24 January 2020
The Committee on Climate Change has released its latest report, Land Use: Policies for a Net Zero UK. Whilst the SSA broadly welcomed the ambition of the report in presenting a policy framework for land use at the heart of net zero, we felt there was a lack of recognition for soil carbon sequestration and have recommendations for policy steps needed to fulfil the potential of soils in general. Read our statement in full here.
Carbon Brief produced a comprehensive roundup of the report including further details of the role of carbon sequestration and policies to protect peatlands.
On the subject of soil carbon, this week we also published our roundup of the Oxford Real Farming Conference, with a focus on how soil carbon featured at the event. He takes a closer look at explorations of how soil carbon sequestration can be achieved and measured, and the intricacies of financial reward for the practice.
England’s three environmental bodies - Natural England, the Environment Agency and the Forestry Commission, responded to the report with a landmark pledge to work together to tackle the climate and biodiversity emergencies, via a shared vision and action plan for a ‘low carbon, high nature’ strategy. The SSA endorses this collaborative, partnership-based approach that is at the centre of our own work.
Resource magazine has commented on the central role of soils in the Agriculture Bill from the perspective of the waste & resources sector, focusing on the implications for fertilisers and organic, low carbon soil-improver production.
Soils are neglected in construction but “by factoring in healthy soils as an essential foundation for ecosystem services and protecting them for their own value, they could immediately become an important asset on every development site.” Our latest Soil Soap Box piece considers the potential for soil conservation in sustainable development.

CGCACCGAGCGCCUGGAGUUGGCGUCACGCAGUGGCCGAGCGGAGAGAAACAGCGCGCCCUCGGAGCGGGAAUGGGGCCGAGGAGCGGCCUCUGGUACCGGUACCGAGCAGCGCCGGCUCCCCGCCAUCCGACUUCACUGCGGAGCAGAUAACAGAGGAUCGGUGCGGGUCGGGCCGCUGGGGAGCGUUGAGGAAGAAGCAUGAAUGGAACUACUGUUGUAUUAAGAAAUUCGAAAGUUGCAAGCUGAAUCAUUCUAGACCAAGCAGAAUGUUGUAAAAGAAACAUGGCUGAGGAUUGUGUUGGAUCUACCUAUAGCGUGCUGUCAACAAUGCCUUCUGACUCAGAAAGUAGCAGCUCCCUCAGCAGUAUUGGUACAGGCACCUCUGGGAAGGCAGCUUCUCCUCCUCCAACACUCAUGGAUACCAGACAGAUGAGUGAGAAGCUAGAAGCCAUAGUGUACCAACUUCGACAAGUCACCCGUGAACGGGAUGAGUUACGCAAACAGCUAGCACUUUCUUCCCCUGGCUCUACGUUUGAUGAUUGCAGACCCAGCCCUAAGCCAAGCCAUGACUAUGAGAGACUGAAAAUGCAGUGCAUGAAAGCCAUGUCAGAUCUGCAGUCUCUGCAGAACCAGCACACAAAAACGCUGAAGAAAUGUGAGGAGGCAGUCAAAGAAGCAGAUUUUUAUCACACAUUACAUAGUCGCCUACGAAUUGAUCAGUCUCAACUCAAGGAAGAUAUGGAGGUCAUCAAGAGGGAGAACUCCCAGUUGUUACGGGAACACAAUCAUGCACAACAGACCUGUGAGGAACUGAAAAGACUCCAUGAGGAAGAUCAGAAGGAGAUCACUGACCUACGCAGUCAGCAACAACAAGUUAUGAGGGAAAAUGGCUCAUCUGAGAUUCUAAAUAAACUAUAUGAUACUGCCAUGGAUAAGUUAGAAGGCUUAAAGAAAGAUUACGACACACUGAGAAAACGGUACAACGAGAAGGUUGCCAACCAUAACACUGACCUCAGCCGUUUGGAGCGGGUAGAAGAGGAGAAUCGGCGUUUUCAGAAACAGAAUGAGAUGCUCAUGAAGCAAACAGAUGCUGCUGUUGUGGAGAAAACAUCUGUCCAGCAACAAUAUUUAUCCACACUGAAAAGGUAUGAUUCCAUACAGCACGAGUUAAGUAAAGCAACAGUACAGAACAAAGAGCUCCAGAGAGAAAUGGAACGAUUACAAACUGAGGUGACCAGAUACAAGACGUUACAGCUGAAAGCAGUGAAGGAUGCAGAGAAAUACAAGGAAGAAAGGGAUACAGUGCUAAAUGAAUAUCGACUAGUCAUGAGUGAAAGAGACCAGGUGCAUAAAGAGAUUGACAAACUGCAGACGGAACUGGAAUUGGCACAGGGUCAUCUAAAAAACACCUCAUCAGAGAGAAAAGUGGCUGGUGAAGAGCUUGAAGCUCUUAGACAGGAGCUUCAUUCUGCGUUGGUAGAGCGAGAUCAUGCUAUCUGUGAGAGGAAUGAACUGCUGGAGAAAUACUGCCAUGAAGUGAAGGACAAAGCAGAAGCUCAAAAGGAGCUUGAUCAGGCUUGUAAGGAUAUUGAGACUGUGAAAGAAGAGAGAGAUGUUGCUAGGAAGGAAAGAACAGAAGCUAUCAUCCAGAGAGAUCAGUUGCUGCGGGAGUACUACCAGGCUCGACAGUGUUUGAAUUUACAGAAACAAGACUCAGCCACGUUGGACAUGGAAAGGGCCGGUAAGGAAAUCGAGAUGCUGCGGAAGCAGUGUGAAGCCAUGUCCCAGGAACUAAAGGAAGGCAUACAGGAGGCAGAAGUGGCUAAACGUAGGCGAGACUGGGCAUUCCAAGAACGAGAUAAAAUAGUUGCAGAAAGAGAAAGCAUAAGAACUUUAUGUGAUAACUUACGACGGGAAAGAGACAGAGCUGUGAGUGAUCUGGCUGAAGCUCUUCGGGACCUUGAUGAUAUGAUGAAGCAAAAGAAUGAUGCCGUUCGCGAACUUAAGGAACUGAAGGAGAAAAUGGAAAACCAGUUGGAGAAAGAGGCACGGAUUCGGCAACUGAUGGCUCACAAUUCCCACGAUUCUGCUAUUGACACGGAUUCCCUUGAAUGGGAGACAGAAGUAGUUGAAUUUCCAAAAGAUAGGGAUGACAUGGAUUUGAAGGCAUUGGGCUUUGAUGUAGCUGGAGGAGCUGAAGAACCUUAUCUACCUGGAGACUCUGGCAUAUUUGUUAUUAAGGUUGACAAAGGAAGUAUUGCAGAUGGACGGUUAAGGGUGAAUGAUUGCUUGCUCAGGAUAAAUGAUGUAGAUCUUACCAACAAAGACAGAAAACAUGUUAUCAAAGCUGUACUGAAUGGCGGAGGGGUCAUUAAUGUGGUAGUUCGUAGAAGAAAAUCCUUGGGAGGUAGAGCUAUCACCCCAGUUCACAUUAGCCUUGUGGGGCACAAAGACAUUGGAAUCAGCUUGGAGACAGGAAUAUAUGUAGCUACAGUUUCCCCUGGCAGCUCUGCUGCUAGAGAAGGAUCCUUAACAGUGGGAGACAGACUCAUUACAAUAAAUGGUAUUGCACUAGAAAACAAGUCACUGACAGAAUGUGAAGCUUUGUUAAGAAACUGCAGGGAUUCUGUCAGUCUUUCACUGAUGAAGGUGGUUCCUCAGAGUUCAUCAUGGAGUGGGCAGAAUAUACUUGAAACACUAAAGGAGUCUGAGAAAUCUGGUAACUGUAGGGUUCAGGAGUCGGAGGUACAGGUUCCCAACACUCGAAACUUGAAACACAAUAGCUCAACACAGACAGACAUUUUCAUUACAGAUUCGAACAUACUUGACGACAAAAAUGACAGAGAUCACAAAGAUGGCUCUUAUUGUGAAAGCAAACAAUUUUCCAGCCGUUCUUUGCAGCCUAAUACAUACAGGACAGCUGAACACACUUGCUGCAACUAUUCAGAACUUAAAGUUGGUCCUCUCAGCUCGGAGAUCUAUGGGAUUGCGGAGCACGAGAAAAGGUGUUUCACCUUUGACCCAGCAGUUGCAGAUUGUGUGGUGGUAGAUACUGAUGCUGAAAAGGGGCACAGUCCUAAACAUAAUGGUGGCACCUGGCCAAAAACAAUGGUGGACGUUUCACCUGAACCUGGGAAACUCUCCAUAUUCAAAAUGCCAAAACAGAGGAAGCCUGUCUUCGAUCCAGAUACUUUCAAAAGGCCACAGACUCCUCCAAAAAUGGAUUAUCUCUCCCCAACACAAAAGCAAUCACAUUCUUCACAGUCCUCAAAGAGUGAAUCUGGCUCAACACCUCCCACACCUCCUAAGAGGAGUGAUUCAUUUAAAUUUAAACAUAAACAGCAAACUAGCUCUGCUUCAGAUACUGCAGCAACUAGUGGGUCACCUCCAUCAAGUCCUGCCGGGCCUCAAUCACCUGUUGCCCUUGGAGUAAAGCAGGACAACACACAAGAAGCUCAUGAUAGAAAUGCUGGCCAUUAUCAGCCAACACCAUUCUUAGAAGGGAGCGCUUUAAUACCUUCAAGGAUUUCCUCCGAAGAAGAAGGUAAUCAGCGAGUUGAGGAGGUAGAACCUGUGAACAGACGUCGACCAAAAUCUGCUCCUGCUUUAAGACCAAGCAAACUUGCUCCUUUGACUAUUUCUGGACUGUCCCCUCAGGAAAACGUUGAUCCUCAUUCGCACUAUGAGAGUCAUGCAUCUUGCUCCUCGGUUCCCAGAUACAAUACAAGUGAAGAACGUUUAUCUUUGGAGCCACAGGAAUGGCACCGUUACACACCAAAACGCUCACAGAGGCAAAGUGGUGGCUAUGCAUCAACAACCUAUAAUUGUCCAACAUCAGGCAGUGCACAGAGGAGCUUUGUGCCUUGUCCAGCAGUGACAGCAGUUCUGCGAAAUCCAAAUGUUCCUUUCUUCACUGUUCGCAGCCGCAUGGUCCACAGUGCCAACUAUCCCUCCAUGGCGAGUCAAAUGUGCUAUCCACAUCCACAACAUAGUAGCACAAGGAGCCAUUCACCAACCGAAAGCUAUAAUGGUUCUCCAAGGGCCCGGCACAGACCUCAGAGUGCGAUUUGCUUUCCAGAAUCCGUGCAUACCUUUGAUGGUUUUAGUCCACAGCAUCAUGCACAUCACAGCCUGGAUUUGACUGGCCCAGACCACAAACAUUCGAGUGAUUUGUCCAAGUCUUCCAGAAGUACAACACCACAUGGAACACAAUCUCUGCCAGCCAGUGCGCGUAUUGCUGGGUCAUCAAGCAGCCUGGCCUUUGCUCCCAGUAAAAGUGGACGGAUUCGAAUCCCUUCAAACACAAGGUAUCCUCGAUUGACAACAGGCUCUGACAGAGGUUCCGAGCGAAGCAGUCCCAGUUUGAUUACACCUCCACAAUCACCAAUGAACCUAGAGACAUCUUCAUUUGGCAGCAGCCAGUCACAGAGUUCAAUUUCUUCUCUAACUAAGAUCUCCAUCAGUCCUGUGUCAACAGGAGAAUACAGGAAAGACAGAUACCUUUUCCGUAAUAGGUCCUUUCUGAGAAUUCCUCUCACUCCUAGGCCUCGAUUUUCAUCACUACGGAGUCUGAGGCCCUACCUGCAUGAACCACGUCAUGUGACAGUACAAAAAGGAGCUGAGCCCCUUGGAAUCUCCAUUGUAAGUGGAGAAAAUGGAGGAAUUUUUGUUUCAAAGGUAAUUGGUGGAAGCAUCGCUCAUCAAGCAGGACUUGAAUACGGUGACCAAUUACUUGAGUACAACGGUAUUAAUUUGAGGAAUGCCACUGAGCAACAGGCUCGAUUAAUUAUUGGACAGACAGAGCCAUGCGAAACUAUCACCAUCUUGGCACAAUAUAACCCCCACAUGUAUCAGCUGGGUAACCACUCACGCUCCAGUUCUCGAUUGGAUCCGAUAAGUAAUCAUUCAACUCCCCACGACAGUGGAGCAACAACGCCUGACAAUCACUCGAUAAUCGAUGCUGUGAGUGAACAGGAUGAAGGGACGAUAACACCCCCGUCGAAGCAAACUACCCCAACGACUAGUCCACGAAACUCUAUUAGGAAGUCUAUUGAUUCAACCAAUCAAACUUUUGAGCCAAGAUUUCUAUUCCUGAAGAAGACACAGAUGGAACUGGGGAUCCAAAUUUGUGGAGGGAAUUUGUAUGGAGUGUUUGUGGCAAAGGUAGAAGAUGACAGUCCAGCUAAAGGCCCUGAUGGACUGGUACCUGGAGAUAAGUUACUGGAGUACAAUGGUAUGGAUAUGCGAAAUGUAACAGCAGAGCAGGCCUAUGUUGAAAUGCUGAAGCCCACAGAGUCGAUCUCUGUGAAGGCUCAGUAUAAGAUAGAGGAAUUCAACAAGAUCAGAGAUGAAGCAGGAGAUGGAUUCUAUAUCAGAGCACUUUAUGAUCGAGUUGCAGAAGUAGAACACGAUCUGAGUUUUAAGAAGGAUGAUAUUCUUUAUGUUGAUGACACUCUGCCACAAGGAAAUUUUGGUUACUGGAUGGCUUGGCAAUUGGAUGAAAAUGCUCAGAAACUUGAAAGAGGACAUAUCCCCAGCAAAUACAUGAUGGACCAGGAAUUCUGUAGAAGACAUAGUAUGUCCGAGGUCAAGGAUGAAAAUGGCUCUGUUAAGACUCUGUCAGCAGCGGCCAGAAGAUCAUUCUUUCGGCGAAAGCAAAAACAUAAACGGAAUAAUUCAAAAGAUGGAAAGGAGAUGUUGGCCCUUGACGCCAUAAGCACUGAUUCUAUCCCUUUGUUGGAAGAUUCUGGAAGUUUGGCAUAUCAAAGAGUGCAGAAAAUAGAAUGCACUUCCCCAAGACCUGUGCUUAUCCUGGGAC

The Lake District is facing significant soil erosion due to the effects of climate change, with predictions that the region’s landscape will have changed dramatically within 50 years. The suggestion to halt grazing to allow vegetation and blanket bog to recover has been controversial.
With the spotlight on nature-based solutions to climate change, there has been much action and discussion around tree planting. But plastic tree guards designed to protect newly-planted saplings have been labelled ‘a plague on new woodland’ shedding toxic polymers in to soils and waterways. An estimated 200m of the plastic tubes have been deployed by the National and Woodland Trusts, Forestry England and private land owners, with many left to rot in the wild.
The issue and impact of microplastics in soils is a fundamentally neglected area of research, with studies to date focusing on oceans rather than terrestrial contamination. The latest of the Royal Society’s Living Landscapes reports focuses on the impact of plastic contamination of soil in relation to animal and human health, synthesising the evidence and identifying key existing evidence gaps.
The Financial Times has reported on the methods used to sample and identify biodiversity in the soil, as researchers are using test results to build up a database of soil microbes – with the ultimate aim being to relay to farmers which types of biodiversity are ‘good’ and ‘bad’ for the crop production.
In farming news, a Norfolk grower has turned to production of Christmas trees and miscanthus – a bioenergy crop – as low maintenance crops that will support the environment. The trees fostered a wealth of earthworms, whilst the miscanthus encourages insects that swallows favour and also allows the soil to rest after years of intensive cultivation.